Kanojo Blog Blog-Blog

1Jan/100

Robust HTML Parsing (in Ruby)?

Have you ever wanted to parse information from some rather complex or totally broken (in terms of html standards compliance) website? Maybe you tried fighting that problem with regular expressions or DOM or SAX XML parser. If you did you probably ran into some problems: Maybe there were too many similar matches for your regex as there are repeating similar patterns in the website or your XML parser went crazy with invalid formatted or non-xhtml-compliant content?

I wanted to parse a website that had no RSS feed for changes and create a RSS feed. I first tried around with various of the ideas mentioned above but as the website is kind of "irregular" (every item is a slight bit different) and W3 validator shows over 11k of errors (in 1.1 transitional) i had quite some problems.

Until i found Rubies Hpricot, a HTML parser that lets you realize robust HTML parsing of fucked up formatted and non-standard-compliant content at ease.

28Nov/090

Backferment (special yeast) bread

Recently we've been into baking bread. Like, traditional easy bread thats tastey and available kinda quick after you've decided you wanted bread for dinner or supper. Anyhow those simple baguett-like yeast bread, even though they require quite some trying around to be able to properly handle the yeast properly to achieve a even fluffyer result have gotten somehow boring. So we thought we might give a tip by the Mum of a friend a try.

Thats a special kind of yeast thats harvested from natural yeasts in honey carried in by bees from various sources (yeasts exist all over the world, thats how beer and bread used to work in medieval ages). Its called "Backferment" (no translation found, sorry) and was developed by Hugo Erbe around the beginning of the century.

The making is somehow troublesome and similar to sourdough, you first need a quite fluid base which consists of:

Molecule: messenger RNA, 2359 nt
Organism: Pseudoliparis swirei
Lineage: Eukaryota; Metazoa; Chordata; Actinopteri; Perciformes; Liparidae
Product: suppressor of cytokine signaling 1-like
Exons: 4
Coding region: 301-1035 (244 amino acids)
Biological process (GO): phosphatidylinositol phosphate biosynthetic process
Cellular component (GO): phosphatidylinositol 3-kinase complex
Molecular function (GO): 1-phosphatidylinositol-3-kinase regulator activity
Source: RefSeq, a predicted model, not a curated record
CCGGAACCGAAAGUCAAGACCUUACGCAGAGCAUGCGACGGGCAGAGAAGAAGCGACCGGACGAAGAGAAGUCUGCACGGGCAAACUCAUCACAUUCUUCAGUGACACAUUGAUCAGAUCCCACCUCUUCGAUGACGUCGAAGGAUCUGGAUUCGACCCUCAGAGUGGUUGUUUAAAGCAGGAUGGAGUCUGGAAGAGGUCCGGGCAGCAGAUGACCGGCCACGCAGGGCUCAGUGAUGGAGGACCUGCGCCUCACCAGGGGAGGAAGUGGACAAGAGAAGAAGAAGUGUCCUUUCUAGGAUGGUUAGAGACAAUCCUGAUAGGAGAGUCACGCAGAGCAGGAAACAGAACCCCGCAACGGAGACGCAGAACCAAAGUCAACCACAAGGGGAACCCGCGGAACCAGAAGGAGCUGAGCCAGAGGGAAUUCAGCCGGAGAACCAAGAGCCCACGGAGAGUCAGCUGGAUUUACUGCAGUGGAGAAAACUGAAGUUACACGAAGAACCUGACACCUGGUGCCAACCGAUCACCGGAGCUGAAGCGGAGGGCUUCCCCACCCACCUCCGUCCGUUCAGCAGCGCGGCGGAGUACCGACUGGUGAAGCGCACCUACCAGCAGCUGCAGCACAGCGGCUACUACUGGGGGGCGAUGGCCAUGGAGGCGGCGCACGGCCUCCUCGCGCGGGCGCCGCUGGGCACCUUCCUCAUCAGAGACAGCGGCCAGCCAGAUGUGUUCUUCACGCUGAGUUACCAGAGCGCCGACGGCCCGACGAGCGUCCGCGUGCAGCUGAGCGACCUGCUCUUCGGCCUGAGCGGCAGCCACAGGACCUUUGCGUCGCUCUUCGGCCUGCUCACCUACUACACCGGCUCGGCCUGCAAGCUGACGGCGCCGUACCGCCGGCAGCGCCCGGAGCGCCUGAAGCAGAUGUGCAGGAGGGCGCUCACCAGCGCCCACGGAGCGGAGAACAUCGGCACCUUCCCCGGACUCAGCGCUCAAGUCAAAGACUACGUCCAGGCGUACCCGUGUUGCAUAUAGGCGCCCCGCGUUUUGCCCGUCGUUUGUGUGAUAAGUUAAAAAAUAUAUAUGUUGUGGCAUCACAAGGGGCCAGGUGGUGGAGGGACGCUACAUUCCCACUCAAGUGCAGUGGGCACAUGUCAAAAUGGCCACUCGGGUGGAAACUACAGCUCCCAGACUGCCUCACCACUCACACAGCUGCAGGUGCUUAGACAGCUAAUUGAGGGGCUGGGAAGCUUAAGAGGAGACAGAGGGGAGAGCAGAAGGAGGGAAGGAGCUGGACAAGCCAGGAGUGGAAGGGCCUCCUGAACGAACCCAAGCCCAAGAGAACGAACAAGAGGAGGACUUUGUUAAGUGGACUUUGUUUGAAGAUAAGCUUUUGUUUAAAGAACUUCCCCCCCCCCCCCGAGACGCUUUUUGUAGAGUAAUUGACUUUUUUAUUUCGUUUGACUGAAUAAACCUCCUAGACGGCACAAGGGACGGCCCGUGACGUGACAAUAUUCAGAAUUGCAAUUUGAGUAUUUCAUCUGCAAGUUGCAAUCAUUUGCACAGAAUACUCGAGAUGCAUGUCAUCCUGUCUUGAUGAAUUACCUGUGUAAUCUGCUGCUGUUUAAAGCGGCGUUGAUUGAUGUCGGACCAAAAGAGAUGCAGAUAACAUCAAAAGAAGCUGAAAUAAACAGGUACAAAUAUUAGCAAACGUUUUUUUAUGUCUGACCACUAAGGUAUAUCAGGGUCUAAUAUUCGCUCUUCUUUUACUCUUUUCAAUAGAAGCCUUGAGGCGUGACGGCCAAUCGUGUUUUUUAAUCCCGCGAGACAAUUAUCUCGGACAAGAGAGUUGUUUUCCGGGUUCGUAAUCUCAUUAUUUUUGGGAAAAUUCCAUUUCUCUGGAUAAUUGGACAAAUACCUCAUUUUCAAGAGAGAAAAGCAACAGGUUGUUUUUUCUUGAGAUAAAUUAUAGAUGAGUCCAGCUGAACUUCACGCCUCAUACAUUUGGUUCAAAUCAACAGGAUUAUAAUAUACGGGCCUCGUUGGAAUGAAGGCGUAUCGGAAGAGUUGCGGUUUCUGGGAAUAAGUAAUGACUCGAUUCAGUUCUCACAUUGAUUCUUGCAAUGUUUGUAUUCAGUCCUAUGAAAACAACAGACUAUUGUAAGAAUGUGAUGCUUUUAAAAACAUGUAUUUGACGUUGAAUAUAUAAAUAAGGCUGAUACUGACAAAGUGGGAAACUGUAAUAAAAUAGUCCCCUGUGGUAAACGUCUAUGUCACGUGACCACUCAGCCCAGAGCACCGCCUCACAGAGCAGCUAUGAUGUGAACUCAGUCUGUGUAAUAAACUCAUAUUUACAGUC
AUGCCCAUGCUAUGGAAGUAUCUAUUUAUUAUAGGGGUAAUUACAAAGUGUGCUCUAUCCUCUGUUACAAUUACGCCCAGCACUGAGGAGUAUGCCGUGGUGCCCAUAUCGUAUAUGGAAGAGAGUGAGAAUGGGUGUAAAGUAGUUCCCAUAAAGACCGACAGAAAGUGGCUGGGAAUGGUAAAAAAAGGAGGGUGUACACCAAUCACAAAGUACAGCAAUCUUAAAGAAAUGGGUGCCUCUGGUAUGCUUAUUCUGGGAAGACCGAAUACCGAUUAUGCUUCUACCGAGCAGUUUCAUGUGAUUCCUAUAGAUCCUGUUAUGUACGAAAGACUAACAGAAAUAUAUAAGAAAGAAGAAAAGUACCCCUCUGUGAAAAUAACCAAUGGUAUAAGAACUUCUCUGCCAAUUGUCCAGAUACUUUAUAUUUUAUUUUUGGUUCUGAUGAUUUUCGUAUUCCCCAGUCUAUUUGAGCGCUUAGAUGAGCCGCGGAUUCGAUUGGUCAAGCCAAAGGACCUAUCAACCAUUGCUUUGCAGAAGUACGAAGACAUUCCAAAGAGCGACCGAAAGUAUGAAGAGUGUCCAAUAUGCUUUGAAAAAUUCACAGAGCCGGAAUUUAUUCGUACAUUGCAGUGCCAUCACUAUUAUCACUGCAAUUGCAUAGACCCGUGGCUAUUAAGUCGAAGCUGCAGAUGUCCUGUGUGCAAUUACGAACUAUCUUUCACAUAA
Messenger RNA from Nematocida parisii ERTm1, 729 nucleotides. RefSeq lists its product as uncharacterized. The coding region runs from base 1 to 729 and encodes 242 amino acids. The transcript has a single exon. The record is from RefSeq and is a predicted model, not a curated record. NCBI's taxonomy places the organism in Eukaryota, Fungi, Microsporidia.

- 150g flour type 405

- 150g freshly ground wholemeal flour

- 300-400g water

- 10g Backferment

and that needs to stand at ~28*C for a day. You should see quite some bubbles rising after that. After that you need yet another base, the breads sponge which is a bit less fluid (300g of any flour, 20-30g of the base and 5g Backferment) and yet again needs to stand a half day to swell and expand. Again bubbles should be clearly visible. The rest is easy, add another 700-800g of any flour, salt, oil and whatnot to your liking knead, let rest for 2 hours (or better: until it starts to collapse slightly again), bake until finished, thats it.

The result was astonishing, a slight, mild taste like sourdough, but not as harsh as real sourdough. It was super fluffy, but IMO with 1/3 freshly ground wholemeal flour it tasted a bit too solid, so 100% type 405 is my recommendation :). In any case, Backferment is worth the trouble and produces a bread thats quite different from regular yeast white bread and sourdough bread. Its uniqueness is expressed in a mild, pleasant taste that reminds of sourdough.

For anyone whos eager to try some new breadmaking techniques and play around, Backferment is sure one of the ways to go :). Be also sure to check back as we try out specific recipes for great breads. As soon as the look of the is up to a nice standard we'll also post pictures :P. Bon appetit!

25Oct/090

Ladder Stitch

You're going to use this stitch many times if you make plushies, usually used for closing after you've stuffed them. It's made of awesome. I plan to write a more detailed description this stitch in the future but these pictures have to suffice for now. You can google it in the meantime.

20091025-IMG_6656

Like this (click for bigger picture). And pull every few stitches.

20091025-IMG_6658

It'll close magically!